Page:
authentication or authorization, which still needs to be performed authentication or authorization, which still needs to be performed
(e.g., by HTTP authentication [RFC7235]). (e.g., by HTTP authentication [RFC7235]).
This is especially relevant when a HTTP PUT request is accepted by a This is especially relevant when a HTTP PUT request is accepted by a
server; if the request is unauthenticated, it becomes possible for a server; if the request is unauthenticated, it becomes possible for a
third party to deny service and/or poison the store. third party to deny service and/or poison the store.
6.5. Sizing and Timing Attacks 6.6. Sizing and Timing Attacks
Applications using this mechanism need to be aware that the size of Applications using this mechanism need to be aware that the size of
encrypted messages, as well as their timing, HTTP methods, URIs and encrypted messages, as well as their timing, HTTP methods, URIs and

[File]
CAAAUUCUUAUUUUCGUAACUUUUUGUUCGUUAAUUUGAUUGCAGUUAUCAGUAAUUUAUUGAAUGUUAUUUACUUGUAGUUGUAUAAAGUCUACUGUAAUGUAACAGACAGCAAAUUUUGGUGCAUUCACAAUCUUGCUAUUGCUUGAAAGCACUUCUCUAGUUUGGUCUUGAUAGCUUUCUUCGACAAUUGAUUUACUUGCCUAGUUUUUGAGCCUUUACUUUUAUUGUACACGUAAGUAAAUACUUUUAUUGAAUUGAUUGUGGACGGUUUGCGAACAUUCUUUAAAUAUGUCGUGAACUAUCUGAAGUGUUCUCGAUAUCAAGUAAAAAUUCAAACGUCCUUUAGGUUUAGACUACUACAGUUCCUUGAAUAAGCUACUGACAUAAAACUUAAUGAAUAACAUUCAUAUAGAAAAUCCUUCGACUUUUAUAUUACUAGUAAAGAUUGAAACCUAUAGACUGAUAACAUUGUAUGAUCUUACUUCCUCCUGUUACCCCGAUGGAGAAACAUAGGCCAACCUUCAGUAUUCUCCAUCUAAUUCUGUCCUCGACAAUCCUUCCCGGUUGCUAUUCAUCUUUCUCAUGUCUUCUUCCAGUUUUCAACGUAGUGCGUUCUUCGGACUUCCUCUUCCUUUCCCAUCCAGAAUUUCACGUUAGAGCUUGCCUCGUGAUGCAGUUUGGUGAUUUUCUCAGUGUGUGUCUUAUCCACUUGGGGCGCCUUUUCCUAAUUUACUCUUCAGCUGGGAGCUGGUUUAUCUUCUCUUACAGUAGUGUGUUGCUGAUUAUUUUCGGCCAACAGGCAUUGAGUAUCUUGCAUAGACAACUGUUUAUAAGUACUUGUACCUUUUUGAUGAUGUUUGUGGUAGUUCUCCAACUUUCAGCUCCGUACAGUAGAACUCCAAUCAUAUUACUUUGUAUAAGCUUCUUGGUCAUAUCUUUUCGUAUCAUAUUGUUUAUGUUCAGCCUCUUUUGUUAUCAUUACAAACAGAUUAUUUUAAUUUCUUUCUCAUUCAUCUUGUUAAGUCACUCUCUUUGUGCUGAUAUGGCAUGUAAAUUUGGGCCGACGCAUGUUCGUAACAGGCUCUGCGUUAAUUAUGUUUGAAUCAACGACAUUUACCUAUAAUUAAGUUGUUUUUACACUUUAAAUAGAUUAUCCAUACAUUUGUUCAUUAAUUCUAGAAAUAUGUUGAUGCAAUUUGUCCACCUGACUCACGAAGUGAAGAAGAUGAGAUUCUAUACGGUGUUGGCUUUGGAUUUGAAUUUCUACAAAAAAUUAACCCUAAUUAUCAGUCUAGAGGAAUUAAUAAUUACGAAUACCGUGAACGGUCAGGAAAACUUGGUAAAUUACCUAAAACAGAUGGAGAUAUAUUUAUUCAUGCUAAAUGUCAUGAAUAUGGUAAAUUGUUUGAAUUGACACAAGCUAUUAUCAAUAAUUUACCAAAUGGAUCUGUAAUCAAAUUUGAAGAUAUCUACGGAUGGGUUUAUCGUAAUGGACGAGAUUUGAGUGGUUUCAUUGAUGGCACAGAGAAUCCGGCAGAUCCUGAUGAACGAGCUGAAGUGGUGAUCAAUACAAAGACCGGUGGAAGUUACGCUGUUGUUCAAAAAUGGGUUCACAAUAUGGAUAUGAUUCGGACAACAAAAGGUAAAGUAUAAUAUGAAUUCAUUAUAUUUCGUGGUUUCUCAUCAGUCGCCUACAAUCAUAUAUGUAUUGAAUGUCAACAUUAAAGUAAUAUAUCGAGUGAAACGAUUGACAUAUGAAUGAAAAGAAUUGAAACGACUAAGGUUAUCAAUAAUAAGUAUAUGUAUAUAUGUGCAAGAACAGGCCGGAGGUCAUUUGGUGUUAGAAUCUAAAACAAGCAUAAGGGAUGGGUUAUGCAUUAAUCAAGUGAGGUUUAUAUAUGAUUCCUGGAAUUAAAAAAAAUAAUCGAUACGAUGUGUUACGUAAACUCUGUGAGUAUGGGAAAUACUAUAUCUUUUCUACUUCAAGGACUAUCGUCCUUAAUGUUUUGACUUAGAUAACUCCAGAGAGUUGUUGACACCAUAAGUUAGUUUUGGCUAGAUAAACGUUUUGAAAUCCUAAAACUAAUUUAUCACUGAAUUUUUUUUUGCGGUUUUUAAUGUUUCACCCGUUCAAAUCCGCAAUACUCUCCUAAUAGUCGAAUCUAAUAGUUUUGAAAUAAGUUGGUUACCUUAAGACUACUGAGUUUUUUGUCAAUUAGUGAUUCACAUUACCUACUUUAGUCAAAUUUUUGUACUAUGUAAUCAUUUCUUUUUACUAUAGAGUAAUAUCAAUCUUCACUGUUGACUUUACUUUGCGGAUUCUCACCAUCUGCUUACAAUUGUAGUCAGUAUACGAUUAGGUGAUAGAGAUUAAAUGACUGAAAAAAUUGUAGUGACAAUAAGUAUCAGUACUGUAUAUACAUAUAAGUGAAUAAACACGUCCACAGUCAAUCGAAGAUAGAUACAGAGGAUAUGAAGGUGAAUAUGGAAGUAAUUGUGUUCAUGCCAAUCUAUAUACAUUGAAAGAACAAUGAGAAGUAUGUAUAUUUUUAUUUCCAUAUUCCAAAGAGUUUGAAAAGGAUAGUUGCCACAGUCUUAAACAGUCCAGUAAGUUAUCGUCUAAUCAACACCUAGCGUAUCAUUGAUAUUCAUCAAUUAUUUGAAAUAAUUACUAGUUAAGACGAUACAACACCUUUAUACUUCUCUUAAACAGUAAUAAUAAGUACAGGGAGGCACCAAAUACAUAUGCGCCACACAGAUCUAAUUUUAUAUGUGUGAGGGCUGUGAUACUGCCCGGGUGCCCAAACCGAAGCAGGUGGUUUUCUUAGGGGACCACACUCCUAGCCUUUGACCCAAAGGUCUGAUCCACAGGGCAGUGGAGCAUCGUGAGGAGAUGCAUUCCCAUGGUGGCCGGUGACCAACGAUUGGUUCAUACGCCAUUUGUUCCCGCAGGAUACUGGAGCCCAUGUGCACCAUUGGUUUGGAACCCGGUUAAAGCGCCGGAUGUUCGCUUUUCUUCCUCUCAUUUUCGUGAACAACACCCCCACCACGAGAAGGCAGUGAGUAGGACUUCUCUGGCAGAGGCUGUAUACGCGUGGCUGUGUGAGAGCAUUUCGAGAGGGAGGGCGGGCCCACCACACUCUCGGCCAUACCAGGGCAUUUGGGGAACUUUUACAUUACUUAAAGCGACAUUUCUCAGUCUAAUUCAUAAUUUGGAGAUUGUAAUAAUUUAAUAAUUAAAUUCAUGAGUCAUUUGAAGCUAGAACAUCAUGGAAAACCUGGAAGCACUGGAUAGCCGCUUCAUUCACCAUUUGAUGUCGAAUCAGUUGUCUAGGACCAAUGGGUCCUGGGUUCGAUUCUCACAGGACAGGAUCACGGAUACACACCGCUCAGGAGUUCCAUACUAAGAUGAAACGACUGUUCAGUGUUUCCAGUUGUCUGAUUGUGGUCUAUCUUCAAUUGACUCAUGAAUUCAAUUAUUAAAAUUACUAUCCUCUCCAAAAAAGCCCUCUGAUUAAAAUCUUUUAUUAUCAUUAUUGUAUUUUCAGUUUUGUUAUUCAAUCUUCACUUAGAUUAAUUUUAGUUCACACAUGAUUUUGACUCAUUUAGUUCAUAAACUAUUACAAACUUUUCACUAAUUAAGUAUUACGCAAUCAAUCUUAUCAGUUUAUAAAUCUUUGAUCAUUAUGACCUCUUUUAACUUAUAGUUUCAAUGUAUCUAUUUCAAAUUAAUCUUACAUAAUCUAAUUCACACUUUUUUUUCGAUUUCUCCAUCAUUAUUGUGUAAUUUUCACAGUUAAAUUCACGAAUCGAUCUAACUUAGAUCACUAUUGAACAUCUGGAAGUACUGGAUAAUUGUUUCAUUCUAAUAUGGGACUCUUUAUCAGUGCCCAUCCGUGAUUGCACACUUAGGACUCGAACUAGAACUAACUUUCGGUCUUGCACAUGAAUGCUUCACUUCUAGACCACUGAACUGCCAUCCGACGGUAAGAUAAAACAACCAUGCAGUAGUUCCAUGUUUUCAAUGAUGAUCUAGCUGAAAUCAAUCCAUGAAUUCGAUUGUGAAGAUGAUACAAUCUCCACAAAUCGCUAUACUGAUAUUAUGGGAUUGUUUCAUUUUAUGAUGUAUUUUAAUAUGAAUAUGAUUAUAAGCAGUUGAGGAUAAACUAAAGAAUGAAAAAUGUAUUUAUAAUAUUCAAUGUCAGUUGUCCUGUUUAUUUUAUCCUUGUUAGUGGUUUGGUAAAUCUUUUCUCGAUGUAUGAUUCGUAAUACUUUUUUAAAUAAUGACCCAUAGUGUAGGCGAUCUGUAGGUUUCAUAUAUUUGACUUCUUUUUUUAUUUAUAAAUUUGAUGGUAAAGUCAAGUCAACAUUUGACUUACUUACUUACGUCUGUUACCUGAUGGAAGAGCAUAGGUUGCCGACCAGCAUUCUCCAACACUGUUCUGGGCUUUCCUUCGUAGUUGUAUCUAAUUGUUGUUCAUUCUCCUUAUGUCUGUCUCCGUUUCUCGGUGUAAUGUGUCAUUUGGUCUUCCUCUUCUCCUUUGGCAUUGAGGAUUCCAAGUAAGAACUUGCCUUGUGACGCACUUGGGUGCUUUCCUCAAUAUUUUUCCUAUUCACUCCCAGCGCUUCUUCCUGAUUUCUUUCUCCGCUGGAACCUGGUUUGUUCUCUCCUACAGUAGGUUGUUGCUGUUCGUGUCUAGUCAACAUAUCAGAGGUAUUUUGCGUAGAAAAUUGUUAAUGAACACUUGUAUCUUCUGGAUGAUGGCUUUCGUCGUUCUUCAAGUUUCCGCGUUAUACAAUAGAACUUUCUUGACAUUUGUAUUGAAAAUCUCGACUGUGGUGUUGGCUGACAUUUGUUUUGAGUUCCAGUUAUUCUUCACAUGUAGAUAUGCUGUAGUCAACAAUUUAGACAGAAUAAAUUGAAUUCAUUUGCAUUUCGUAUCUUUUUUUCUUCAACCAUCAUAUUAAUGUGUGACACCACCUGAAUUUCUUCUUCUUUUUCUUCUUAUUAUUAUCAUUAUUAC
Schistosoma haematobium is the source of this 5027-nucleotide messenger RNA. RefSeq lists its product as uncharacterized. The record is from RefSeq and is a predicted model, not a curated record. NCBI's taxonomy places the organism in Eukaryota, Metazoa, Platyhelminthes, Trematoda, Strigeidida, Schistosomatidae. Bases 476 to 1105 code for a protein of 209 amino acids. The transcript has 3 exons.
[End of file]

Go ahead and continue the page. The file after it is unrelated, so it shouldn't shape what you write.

so on, may leak sensitive information. so on, may leak sensitive information.
This risk can be mitigated through the use of the padding that this This risk can be mitigated through the use of the padding that this
mechanism provides. Alternatively, splitting up content into mechanism provides. Alternatively, splitting up content into
segments and storing the separately might reduce exposure. HTTP/2 segments and storing the separately might reduce exposure. HTTP/2
[RFC7540] combined with TLS [RFC5246] might be used to hide the size [RFC7540] combined with TLS [RFC5246] might be used to hide the size
of individual messages. of individual messages.
7. IANA Considerations 7. IANA Considerations
7.1. The "aesgcm" HTTP Content Encoding 7.1. The "aesgcm" HTTP Content Encoding
This memo registers the "encrypted" HTTP content-coding in the HTTP This memo registers the "aesgcm" HTTP content-coding in the HTTP
Content Codings Registry, as detailed in Section 2. Content Codings Registry, as detailed in Section 2.
o Name: aesgcm o Name: aesgcm
o Description: AES-GCM encryption with a 128-bit content encryption o Description: AES-GCM encryption with a 128-bit content encryption
key key
o Reference: this specification o Reference: this specification
7.2. Encryption Header Fields 7.2. Encryption Header Fields